Grit, granite and a mossy route lead writer up Chapel Pond Slab in Keene, NY

By Cheryth Youngmann

Vermont Country contributor

This topographical map of Chapel Pond shows the sharp rise of the terrain to the northeast

I dropped through the air and screamed. 

The rope that looped through my harness pulled taut. I rested then, suspended until Ben let out some rope. We couldn’t see each other — could barely hear each other, either. He was anchored to a ledge above me and a ways to the right. The sun slipped fast toward the west, like the light was water and someone had unplugged the drain.

Photo by Ben Chuchta
The author looks relieved after ascending Chapel Pond Slab.
Photo by Ben Chuchta
Author Cheryth Youngmann, seen as a small dot down at the bottom of the rope, ascends Chapel Pond Slab.

I pressed my forehead to the granite and let the grain steady me. 

Ben had said, over and over, that I was strong enough to do these moves, that my actual body could. But I was exhausted and certain that wasn’t true. The proof was in my shaking arms and repeated failed attempts to climb up and out of this corner in the rock — the crux of Chapel Pond Slab, the six-pitch climb we were ascending. Or, in my case, attempting to ascend. 

I breathed through my nose, the kind of breath I use during yoga, and squared my shoulders. The rock was cold under my hands, and I climbed, trying to remember Ben’s movements as he led. 

I got to the last sequence I’d successfully completed and reached, with fear splintering in my gut. My fingers came off the rock, again. 

In an instant, my fear gave way to anger. I was furious with Ben for having brought me here and for having thought I could do this, furious with my scared, animal body, and furious, too, with the rock that had cooled over years into this exact, impossible formation. 

I screamed again, this time with no drop to prompt it. I screamed because I needed to — my body needed to. I looked up from where I hung, where it seemed I’d always hung. There was a wet, mossy crack above me. I didn’t think it was the route. I didn’t think it was even close, but this hadn’t stopped me from trying three times already. 

I looked at the crux again. I wedged the fingers of my right hand into the crack I wasn’t supposed to climb and heaved. I scrabbled for purchase with my toe and found it — barely. But I was moving up, and my whole consciousness narrowed to that one purpose: Get up. 

Ben pulled the rope tight with each movement I made, and I inched up the wet crack, farther than I’d ever gotten. I’ll be damned if I fall now, I thought.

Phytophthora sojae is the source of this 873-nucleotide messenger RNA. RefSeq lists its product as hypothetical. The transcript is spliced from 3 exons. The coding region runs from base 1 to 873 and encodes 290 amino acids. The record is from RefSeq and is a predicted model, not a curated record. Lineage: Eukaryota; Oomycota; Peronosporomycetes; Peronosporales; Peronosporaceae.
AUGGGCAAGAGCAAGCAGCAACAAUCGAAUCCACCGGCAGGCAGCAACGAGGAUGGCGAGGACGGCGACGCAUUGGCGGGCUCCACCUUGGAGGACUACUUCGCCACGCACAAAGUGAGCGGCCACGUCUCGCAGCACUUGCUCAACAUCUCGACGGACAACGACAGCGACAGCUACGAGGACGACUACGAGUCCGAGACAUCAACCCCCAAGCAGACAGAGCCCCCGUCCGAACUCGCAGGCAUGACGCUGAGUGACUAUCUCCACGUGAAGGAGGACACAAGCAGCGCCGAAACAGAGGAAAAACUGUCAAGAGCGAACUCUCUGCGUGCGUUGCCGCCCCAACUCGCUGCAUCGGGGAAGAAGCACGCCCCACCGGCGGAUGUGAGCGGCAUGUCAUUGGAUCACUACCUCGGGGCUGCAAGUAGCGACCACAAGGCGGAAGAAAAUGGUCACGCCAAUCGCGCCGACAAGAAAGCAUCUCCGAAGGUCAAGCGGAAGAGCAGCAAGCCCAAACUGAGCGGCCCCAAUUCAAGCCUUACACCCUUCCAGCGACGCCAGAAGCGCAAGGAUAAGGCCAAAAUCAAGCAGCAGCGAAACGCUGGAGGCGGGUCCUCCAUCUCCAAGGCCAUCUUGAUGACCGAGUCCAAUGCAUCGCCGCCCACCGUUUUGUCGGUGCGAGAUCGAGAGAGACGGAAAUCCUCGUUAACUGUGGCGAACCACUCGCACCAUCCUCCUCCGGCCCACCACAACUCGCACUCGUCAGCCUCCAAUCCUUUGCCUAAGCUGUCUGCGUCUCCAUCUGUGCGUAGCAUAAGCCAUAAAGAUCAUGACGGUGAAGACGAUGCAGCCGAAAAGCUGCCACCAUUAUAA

Then, all at once, I saw the end of the climb above me. I hooked a forearm over the edge of the rock and heaved my upper body onto the ledge. Guttural noises I’d never made before muscled past my teeth and into the air. I sounded like a woman in labor. And maybe the whole thing looked a little like birth from where Ben stood — my body, fluid-covered and spent, emerging from the earth. 

My upper body was safe, but the problem of my shaking legs remained. I breathed a moment, feeling the coolness of the rock under my arms. I closed my eyes and called on my rage: I had a boyfriend to kill. 

Matching my right knee to my forearm in a move that could have scraped it, badly, I hauled myself onto even rock. And then, impossibly, I stood. 

Relief flooded my body. I do not mean this metaphorically. I felt something release from the base of my neck and shoot down the arc of my spine through my entire being. It turned my limbs from ache to something warm, liquid, pleasant. Unfamiliar endorphins drowned out thought. 

I was suddenly and acutely aware of the solid mass beneath me. 

The earth is under me, I thought, stupid with wonder. I padded across the open ledge to where Ben stood anchored to that same rock. I searched for the rage I’d known moments before. It was like groping for my phone in the dark, just a blind, fruitless scramble. My body could only hold so much at once.

I recognized something familiar in the chaotic mix of sensations coursing through me — gratitude. My body was glad to be alive. It hummed with that gladness.

I reached Ben. My feet touched the earth as I kissed him. 

Cheryth Youngmann ascended it as her first outdoor climb on Oct. 5, 2019. She survived the 5.5 climb, despite the dramatics.

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